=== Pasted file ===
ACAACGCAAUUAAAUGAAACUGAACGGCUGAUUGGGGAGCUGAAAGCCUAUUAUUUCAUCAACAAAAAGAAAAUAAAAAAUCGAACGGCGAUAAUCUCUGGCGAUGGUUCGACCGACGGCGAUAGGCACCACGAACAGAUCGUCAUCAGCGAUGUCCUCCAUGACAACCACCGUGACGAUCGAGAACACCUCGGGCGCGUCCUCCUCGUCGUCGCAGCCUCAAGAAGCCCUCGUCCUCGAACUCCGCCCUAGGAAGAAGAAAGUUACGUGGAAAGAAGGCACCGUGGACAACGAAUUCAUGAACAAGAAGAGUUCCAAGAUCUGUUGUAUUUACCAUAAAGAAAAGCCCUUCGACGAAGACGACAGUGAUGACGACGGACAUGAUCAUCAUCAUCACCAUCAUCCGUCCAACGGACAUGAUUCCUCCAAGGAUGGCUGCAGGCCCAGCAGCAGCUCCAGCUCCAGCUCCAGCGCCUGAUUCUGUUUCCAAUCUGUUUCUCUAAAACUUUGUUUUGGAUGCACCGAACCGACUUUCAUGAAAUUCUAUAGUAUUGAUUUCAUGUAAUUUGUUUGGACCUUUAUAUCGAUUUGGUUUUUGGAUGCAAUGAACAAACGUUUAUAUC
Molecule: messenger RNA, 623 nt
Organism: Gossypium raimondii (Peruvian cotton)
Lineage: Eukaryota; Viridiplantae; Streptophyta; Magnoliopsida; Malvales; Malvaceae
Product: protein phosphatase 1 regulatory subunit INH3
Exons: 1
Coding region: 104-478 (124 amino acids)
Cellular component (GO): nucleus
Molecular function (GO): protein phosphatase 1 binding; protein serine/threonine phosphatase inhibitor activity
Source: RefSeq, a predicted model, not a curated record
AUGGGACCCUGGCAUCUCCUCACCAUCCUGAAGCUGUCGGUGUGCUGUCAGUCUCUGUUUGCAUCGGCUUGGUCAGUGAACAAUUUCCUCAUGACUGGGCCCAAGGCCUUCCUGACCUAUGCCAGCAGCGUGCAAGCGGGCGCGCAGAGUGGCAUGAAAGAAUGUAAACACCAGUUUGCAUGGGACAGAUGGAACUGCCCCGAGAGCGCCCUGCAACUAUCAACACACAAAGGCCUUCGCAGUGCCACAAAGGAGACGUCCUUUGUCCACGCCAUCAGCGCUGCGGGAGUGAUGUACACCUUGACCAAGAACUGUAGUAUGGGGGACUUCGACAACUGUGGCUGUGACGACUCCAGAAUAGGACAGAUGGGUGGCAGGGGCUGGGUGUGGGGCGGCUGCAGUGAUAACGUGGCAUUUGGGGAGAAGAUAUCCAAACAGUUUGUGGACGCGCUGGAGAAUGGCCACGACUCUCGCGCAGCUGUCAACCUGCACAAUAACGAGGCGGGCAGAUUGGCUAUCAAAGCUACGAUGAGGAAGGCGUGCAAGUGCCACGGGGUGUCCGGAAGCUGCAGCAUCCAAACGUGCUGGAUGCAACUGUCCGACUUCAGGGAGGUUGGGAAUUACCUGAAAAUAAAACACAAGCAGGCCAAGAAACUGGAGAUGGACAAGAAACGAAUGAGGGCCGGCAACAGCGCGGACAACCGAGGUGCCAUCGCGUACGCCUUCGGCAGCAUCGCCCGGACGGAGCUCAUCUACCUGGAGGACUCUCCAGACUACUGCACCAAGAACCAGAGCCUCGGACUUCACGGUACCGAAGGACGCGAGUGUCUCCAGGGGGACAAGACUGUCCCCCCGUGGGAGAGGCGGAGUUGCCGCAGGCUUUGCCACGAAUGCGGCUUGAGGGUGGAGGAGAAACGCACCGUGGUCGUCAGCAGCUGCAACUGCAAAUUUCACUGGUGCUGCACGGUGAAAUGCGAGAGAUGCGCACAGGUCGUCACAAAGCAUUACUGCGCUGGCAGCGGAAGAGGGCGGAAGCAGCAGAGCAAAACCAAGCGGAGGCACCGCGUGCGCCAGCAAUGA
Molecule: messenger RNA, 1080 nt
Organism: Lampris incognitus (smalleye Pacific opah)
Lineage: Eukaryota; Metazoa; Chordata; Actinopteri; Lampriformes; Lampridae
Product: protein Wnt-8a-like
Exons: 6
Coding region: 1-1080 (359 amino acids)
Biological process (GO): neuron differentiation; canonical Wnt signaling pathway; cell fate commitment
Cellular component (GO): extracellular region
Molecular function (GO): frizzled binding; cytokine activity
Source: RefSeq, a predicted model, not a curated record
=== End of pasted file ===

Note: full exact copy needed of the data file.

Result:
ACAACGCAAUUAAAUGAAACUGAACGGCUGAUUGGGGAGCUGAAAGCCUAUUAUUUCAUCAACAAAAAGAAAAUAAAAAAUCGAACGGCGAUAAUCUCUGGCGAUGGUUCGACCGACGGCGAUAGGCACCACGAACAGAUCGUCAUCAGCGAUGUCCUCCAUGACAACCACCGUGACGAUCGAGAACACCUCGGGCGCGUCCUCCUCGUCGUCGCAGCCUCAAGAAGCCCUCGUCCUCGAACUCCGCCCUAGGAAGAAGAAAGUUACGUGGAAAGAAGGCACCGUGGACAACGAAUUCAUGAACAAGAAGAGUUCCAAGAUCUGUUGUAUUUACCAUAAAGAAAAGCCCUUCGACGAAGACGACAGUGAUGACGACGGACAUGAUCAUCAUCAUCACCAUCAUCCGUCCAACGGACAUGAUUCCUCCAAGGAUGGCUGCAGGCCCAGCAGCAGCUCCAGCUCCAGCUCCAGCGCCUGAUUCUGUUUCCAAUCUGUUUCUCUAAAACUUUGUUUUGGAUGCACCGAACCGACUUUCAUGAAAUUCUAUAGUAUUGAUUUCAUGUAAUUUGUUUGGACCUUUAUAUCGAUUUGGUUUUUGGAUGCAAUGAACAAACGUUUAUAUC
Molecule: messenger RNA, 623 nt
Organism: Gossypium raimondii (Peruvian cotton)
Lineage: Eukaryota; Viridiplantae; Streptophyta; Magnoliopsida; Malvales; Malvaceae
Product: protein phosphatase 1 regulatory subunit INH3
Exons: 1
Coding region: 104-478 (124 amino acids)
Cellular component (GO): nucleus
Molecular function (GO): protein phosphatase 1 binding; protein serine/threonine phosphatase inhibitor activity
Source: RefSeq, a predicted model, not a curated record
AUGGGACCCUGGCAUCUCCUCACCAUCCUGAAGCUGUCGGUGUGCUGUCAGUCUCUGUUUGCAUCGGCUUGGUCAGUGAACAAUUUCCUCAUGACUGGGCCCAAGGCCUUCCUGACCUAUGCCAGCAGCGUGCAAGCGGGCGCGCAGAGUGGCAUGAAAGAAUGUAAACACCAGUUUGCAUGGGACAGAUGGAACUGCCCCGAGAGCGCCCUGCAACUAUCAACACACAAAGGCCUUCGCAGUGCCACAAAGGAGACGUCCUUUGUCCACGCCAUCAGCGCUGCGGGAGUGAUGUACACCUUGACCAAGAACUGUAGUAUGGGGGACUUCGACAACUGUGGCUGUGACGACUCCAGAAUAGGACAGAUGGGUGGCAGGGGCUGGGUGUGGGGCGGCUGCAGUGAUAACGUGGCAUUUGGGGAGAAGAUAUCCAAACAGUUUGUGGACGCGCUGGAGAAUGGCCACGACUCUCGCGCAGCUGUCAACCUGCACAAUAACGAGGCGGGCAGAUUGGCUAUCAAAGCUACGAUGAGGAAGGCGUGCAAGUGCCACGGGGUGUCCGGAAGCUGCAGCAUCCAAACGUGCUGGAUGCAACUGUCCGACUUCAGGGAGGUUGGGAAUUACCUGAAAAUAAAACACAAGCAGGCCAAGAAACUGGAGAUGGACAAGAAACGAAUGAGGGCCGGCAACAGCGCGGACAACCGAGGUGCCAUCGCGUACGCCUUCGGCAGCAUCGCCCGGACGGAGCUCAUCUACCUGGAGGACUCUCCAGACUACUGCACCAAGAACCAGAGCCUCGGACUUCACGGUACCGAAGGACGCGAGUGUCUCCAGGGGGACAAGACUGUCCCCCCGUGGGAGAGGCGGAGUUGCCGCAGGCUUUGCCACGAAUGCGGCUUGAGGGUGGAGGAGAAACGCACCGUGGUCGUCAGCAGCUGCAACUGCAAAUUUCACUGGUGCUGCACGGUGAAAUGCGAGAGAUGCGCACAGGUCGUCACAAAGCAUUACUGCGCUGGCAGCGGAAGAGGGCGGAAGCAGCAGAGCAAAACCAAGCGGAGGCACCGCGUGCGCCAGCAAUGA
Molecule: messenger RNA, 1080 nt
Organism: Lampris incognitus (smalleye Pacific opah)
Lineage: Eukaryota; Metazoa; Chordata; Actinopteri; Lampriformes; Lampridae
Product: protein Wnt-8a-like
Exons: 6
Coding region: 1-1080 (359 amino acids)
Biological process (GO): neuron differentiation; canonical Wnt signaling pathway; cell fate commitment
Cellular component (GO): extracellular region
Molecular function (GO): frizzled binding; cytokine activity
Source: RefSeq, a predicted model, not a curated record